District’s rising fatal opioid overdoses spur Kinzinger’s anti-drug efforts in Illinois

U.S. Rep. Adam Kinzinger (R-IL) focused on solving the opioid epidemic during recent visits across the 16th Congressional District, where the Illinois Department of Public Health (IDPH) reported several counties are among the top 10 in the state for deaths by opioid overdose.

In late July and August, Rep. Kinzinger hosted forums with local leaders, advocacy groups, law enforcement, recovering addicts, and other community members to help raise awareness about the drug crisis among his constituents, according to an Aug. 10 statement released by his staff.  

The counties of Putnam, LaSalle, and Winnebago in his district have among the highest overdose rates, according to the IDPH’s 2017 Mortality and Morbidity Dashboard data. The IDPH defines such rates as “the rate of opioid overdose per 10,000 population for all demographics in a given geographical area.”

From 2016 to 2017, virtually all counties had increased fatal and non-fatal heroin and other opioid overdoses, according to the IDPH data, which categorizes “other opioids” as synthetic opioids (e.g., fentanyl) and prescription medications (e.g., oxycodone, hydrocodone) obtained legally or illicitly.

On July 7, Rep. Kinzinger discussed numerous drug-related issues during a health care roundtable co-hosted by the OSF HealthCare Saint James-John W. Albrecht Medical Center and the Greater Livingston County Economic Development Council.

“This is an opportunity for me to hear from you, find out what you are seeing on the ground and take your concerns back to D.C.,” the congressman told the group, adding that federal lawmakers “are trying to figure out areas where there are government barriers to find alternative methods to treat pain.”

“There is a very important need for opioids, but is there something out there that in some of these folks’ cases that is non-addictive and can do the same kind of thing? And if there is, is the government blocking either the introduction of these medicines, the research of it?” Rep. Kinzinger said during the roundtable. “So we are trying to find ways for the government to back off and give room for innovation.”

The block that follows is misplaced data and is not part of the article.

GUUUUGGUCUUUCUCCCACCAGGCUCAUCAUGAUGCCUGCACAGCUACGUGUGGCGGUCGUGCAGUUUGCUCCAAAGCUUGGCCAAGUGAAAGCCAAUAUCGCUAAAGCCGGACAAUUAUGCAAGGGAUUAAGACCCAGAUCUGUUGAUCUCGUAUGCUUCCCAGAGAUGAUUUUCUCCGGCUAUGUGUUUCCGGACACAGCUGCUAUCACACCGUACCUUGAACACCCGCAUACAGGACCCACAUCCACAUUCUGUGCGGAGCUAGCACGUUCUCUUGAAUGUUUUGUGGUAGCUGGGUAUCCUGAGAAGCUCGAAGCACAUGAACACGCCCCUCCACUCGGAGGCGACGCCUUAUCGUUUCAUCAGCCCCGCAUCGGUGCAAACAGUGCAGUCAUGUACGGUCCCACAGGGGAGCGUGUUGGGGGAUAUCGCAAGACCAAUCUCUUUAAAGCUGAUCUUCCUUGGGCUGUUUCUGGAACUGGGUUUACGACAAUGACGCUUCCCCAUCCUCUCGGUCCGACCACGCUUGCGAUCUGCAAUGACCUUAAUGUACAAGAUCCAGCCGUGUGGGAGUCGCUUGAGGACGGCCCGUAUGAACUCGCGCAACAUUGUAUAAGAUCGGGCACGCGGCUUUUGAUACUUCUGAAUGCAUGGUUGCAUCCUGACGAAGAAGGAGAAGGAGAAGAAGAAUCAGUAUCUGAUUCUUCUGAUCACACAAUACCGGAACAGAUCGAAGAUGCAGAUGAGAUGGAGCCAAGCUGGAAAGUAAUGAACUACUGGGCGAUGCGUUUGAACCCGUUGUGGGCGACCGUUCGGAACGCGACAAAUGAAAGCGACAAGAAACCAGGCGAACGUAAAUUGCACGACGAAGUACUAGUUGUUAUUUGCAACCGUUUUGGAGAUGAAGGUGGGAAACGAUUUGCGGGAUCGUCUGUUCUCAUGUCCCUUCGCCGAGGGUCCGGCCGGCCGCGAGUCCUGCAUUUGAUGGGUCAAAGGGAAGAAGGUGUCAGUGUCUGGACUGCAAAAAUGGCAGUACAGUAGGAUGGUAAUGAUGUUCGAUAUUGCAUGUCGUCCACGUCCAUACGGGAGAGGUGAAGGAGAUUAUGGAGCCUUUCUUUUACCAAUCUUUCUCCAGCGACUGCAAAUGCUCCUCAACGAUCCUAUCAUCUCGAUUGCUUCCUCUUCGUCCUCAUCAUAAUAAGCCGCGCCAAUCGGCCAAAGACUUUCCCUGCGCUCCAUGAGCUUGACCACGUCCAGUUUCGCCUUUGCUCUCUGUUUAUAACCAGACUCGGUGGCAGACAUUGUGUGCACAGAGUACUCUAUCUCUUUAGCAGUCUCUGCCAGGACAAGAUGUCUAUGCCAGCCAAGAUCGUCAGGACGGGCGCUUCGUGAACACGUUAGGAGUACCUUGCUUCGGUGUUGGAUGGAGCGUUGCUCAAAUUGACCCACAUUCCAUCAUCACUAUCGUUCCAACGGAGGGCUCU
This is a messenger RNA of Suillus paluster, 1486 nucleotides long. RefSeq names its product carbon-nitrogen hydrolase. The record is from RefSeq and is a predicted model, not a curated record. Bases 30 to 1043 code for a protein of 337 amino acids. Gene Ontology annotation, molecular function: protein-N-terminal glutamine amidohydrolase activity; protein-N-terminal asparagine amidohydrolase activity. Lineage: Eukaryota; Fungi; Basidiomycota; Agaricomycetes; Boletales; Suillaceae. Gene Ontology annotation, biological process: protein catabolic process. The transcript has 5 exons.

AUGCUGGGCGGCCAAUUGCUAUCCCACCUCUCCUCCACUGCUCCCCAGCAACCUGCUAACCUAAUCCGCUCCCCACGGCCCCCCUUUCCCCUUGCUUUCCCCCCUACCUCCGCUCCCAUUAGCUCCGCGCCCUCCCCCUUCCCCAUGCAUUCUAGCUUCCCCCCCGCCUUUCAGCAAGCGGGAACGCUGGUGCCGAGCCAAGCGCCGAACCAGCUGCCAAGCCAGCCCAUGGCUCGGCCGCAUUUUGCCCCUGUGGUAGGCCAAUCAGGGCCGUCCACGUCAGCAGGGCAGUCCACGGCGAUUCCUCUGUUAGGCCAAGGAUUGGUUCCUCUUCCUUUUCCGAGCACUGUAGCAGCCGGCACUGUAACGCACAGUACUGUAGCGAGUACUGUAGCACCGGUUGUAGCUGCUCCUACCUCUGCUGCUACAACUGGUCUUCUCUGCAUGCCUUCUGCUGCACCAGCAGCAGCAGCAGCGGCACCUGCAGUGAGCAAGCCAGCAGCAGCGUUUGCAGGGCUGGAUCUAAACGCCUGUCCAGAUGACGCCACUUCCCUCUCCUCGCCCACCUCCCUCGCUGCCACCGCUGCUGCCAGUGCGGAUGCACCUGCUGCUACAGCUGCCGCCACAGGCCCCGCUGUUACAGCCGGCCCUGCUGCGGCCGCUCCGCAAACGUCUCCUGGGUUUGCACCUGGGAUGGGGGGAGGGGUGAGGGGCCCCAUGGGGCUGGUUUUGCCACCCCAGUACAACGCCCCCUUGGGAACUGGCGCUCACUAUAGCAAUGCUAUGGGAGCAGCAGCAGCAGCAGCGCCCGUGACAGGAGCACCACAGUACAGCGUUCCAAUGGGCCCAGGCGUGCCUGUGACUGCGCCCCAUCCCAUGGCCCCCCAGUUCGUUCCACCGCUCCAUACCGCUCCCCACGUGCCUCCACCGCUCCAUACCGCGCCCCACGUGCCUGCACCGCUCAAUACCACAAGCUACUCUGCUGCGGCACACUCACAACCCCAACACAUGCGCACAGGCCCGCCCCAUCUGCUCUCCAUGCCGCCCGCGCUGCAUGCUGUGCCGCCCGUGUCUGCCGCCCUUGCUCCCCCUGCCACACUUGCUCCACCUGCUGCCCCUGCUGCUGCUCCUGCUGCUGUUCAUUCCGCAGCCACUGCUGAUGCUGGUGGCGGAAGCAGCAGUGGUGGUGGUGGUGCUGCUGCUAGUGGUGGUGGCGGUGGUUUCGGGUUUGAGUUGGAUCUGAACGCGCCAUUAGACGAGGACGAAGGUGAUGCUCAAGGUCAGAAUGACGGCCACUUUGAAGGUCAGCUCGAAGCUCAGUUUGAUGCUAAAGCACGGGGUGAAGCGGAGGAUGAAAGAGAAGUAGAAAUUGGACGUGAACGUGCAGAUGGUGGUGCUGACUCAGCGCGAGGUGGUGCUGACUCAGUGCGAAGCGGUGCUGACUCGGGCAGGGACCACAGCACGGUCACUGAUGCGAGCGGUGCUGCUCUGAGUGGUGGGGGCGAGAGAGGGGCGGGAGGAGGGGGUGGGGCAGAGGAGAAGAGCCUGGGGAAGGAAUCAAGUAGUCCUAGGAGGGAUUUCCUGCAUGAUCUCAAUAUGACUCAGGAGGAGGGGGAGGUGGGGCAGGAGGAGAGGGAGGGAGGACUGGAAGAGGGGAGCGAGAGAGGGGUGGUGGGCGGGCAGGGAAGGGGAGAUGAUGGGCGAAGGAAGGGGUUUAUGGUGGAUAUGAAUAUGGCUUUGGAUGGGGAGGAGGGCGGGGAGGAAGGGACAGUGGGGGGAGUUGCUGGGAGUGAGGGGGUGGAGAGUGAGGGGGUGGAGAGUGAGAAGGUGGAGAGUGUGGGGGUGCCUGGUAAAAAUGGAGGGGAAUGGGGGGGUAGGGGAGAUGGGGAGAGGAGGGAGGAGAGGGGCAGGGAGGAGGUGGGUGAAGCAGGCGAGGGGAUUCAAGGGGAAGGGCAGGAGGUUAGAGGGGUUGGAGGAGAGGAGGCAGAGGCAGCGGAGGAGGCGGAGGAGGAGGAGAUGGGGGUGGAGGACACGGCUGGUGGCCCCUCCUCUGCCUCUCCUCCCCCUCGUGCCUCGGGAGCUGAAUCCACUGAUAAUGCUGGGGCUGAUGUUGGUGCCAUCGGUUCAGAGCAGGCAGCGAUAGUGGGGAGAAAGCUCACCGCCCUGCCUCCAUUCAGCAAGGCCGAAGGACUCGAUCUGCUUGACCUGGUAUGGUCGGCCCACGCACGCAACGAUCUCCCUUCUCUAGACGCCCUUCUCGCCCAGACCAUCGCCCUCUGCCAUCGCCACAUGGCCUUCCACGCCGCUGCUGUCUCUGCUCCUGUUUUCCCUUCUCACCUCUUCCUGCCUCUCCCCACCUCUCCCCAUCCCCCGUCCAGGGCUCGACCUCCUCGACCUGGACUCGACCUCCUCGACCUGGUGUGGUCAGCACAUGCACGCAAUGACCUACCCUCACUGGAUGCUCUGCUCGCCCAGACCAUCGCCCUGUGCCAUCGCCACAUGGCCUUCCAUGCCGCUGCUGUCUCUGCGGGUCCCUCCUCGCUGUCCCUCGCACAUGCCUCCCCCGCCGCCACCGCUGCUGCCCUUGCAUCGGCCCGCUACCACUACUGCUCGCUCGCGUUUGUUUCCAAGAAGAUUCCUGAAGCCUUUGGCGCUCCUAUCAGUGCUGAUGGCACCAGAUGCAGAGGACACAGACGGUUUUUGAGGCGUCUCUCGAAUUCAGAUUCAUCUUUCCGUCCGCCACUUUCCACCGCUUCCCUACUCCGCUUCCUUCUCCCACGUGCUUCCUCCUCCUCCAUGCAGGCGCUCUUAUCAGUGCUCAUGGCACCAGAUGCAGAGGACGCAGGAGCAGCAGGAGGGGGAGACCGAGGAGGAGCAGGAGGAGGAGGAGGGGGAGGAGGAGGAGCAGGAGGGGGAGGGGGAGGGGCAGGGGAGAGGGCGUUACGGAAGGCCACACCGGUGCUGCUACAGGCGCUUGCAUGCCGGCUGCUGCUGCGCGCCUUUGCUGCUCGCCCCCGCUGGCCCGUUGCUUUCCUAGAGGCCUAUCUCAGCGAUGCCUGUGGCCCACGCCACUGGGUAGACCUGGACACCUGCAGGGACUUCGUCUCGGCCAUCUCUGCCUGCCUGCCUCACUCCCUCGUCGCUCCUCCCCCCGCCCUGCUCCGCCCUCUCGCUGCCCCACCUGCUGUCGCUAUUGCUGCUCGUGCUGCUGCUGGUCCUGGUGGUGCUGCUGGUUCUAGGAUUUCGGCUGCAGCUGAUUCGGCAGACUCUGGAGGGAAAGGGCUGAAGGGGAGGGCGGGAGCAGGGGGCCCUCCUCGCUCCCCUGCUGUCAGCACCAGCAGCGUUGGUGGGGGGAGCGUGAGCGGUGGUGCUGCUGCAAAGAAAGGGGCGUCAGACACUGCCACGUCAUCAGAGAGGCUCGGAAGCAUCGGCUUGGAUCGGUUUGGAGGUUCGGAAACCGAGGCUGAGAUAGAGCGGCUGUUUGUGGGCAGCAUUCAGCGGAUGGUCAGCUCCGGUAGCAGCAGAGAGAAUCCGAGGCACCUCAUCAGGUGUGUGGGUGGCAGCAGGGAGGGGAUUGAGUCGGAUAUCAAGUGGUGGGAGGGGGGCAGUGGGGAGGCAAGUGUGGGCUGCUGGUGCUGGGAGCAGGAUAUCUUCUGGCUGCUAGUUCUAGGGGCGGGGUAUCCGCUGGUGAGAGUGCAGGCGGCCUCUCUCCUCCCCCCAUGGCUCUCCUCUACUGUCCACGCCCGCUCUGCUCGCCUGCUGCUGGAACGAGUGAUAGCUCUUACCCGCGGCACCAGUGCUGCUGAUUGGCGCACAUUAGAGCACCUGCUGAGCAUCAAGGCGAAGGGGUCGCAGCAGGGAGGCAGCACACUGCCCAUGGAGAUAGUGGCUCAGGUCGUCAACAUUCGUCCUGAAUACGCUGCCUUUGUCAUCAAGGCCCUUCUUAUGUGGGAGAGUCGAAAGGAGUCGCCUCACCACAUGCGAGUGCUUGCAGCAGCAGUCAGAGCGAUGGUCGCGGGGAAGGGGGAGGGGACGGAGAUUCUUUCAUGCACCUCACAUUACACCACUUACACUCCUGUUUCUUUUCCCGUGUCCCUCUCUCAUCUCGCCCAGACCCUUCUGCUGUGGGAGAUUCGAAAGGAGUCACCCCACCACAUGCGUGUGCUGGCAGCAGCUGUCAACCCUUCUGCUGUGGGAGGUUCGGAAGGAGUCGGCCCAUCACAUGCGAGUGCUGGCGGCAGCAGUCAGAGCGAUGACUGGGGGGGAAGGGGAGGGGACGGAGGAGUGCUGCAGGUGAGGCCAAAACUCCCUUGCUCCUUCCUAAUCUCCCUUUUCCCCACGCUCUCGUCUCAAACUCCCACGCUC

On Aug. 2, Rep. Kinzinger hosted the Will County Opioid Roundtable with State’s Attorney Jim Glasgow and Dr. Kathleen Burke, director of substance use initiatives in the Office of Will County Executive Larry Walsh.

“We are losing an entire generation to substance abuse disorder, and it requires all of us in the community to work together and fight back against this drug crisis,” said the congressman, who along with participants discussed what Will County is doing to address legal and preventative efforts related to the drug crisis.

Rep. Kinzinger noted that “raising awareness and having these solution-driven discussions are hugely important to combating the opioid epidemic,” and he also acknowledged local leaders and first responders in the 16th district and across the nation “for working hard to save lives.”

On July 31, Rep. Kinzinger hosted the Opioid Awareness Community Forum at the Northern Illinois University Conference Center. The congressman participated in a moderated panel along with Doug O’Brien, Region 5 director for the U.S. Health and Human Services Department; Dr. Tom Wright, chief medical officer at Rosecrance; Winnebago County Sheriff Gary Caruana; Dr. John Pakiela, associate EMS medical director at both Mercyhealth Rockford and the nonprofit REACT; and Bobby Gattone, a caseworker and grant writer for New Directions Sober Living.

Rep. Kinzinger also traveled to Bureau, Winnebago, and Grundy counties to discuss anti-drug efforts with first responders at Livingston County 911, Lee County Law Enforcement, and Local 150, according to his staff.

The visits allowed Rep. Kinzinger to also provide a legislative update to his constituents on what Congress has done so far, such as approving $4 billion to help address prevention, treatment and enforcement issues to combat the nation’s opioid crisis, his staff said.